Thursday, February 27

The Man at the Mall*

It was old-fashioned ‘give and take’ (a phrase of common parlance around here) that had brought me to the mall; as i was looking to buy a birthday gift for my neighbour’s nine years old daughter, to whose party i had been invited but didn’t want to go. Even less did i want to buy the gift and think of the whole thing as an extravagance. But about the ethics of civilized gift exchange (along with my own lack of courage in not doing the right thing) some other time. Right now — about this man i met at the mall. He was a customer there just like me — a dapper looking chap with an unopened soda bottle in one hand and a chip on the shoulder. What had him riled up, apparently, was the fact that there was no bottle opener (the tool. For, i am guessing they did have one of those soda vending machines that come with built-in opener installed in the ‘back’ — a small partitioned-off area inside the shop that served both as an office and a storeroom — as i remember seeing it there once during my previous visits.) The man was adamant: he didn’t want the bottle opened for him, he wanted the bottle opener. Period. In his own words: “How do i know you are not trying to kill me?... Why, if you should open the bottle with the help of scissors? or bite the top off? Who would be responsible if shards of broken glass should fall in the drink?... Such a big establishment and you don’t keep a bottle opener — such a small item, too! — the whole thing is incredible! A scandal!... Unless somebody says something (and he was doing just that), nothing will ever change.... (Finally.) Dare i hope that amends will have been made by the time i visit you next?” The man left shortly afterwards. To see him raise the devil, that, too, over a bottle opener — “such a small item, too!” — it had indeed been strange. Not the least because of the sense of entitlement he had exhibited. It was something quite new (in the context of the small-town middle-class India to which he obviously belonged. Only once have i seen anything like this before, that, too, only recently.) The man obviously felt that he owned the place and was not afraid to speak and to demand things, and to ask for his money’s worth, so to say. When i followed him out a little later (after i had made my own purchase), he was nowhere to be seen, even though i did briefly scan the road for him. Then a strange thing happened. I began to remember the following lines (from a poem by Faiz):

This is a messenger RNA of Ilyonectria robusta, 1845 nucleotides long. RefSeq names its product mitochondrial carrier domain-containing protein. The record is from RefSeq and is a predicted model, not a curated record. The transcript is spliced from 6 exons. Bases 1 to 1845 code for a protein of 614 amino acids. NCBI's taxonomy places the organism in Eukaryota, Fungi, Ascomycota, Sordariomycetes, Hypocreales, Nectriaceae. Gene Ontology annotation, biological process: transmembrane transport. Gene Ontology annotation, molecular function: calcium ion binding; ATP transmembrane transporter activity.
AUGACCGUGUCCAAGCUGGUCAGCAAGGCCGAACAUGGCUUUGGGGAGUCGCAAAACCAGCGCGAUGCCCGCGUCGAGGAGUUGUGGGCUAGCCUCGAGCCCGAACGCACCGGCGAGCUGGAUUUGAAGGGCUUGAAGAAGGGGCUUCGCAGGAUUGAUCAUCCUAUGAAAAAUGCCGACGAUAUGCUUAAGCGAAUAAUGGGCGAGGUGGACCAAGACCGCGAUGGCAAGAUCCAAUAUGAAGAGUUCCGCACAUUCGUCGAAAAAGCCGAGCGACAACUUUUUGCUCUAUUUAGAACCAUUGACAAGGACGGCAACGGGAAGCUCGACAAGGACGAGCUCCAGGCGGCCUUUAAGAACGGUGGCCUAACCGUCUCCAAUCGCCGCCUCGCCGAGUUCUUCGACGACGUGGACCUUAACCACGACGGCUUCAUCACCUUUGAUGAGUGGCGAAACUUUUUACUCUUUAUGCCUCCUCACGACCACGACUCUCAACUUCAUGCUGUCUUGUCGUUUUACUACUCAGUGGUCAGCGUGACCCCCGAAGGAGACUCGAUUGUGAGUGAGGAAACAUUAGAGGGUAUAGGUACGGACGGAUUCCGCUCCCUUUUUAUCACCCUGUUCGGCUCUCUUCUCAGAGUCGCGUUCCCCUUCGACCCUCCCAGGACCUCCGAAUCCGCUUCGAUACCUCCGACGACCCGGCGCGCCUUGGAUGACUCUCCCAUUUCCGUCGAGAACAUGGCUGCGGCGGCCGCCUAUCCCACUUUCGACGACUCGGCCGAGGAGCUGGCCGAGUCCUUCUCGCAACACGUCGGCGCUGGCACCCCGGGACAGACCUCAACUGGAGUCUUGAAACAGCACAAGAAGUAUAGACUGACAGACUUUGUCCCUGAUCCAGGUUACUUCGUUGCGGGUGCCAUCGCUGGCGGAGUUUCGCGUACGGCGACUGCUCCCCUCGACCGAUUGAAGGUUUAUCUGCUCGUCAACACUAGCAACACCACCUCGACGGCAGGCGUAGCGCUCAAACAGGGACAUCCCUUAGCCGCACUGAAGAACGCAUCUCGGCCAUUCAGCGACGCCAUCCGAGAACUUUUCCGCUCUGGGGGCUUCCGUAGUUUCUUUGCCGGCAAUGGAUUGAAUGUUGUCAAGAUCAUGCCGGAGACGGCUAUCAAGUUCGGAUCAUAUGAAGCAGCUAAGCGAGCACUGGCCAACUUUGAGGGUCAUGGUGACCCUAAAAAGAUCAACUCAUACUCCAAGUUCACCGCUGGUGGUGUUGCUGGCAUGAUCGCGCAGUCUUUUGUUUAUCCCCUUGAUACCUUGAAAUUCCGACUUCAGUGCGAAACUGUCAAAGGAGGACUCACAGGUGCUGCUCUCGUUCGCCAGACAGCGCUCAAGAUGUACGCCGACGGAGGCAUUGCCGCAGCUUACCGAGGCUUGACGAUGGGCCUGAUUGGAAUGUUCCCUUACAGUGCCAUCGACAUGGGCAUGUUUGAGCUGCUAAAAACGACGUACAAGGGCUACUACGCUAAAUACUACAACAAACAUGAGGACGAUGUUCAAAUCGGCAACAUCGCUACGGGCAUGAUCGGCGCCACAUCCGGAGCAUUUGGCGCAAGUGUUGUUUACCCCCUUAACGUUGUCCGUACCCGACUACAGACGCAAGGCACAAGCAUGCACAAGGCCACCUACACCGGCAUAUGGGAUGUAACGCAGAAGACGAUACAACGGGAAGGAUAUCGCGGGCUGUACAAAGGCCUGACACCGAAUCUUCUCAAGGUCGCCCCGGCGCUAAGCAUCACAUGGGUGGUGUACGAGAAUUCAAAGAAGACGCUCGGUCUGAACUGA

bol ki lab aazaad hai.n tere
bol zabaa.N ab tak terii hai
teraa sutawaa.N jism hai teraa
bol ki jaa.N ab tak terii hai

(Speak, for your lips are yet free;
Speak, for your tongue is still your own;
Your lissom body yours alone;
Speak, your life is still your own.) —Compared with the cool, air-conditioned air inside the mall, outside it felt like a blazing furnace; the mid-day sun was beating down so hard. But i didn’t mind it at all. A group of street children was playing in the dust in the empty plot that abuts our street where it joins the road. A rickshaw was pulled up not far away waiting for fare. It was business as usual.

*It’s really just a supermarket but men call it a mall.

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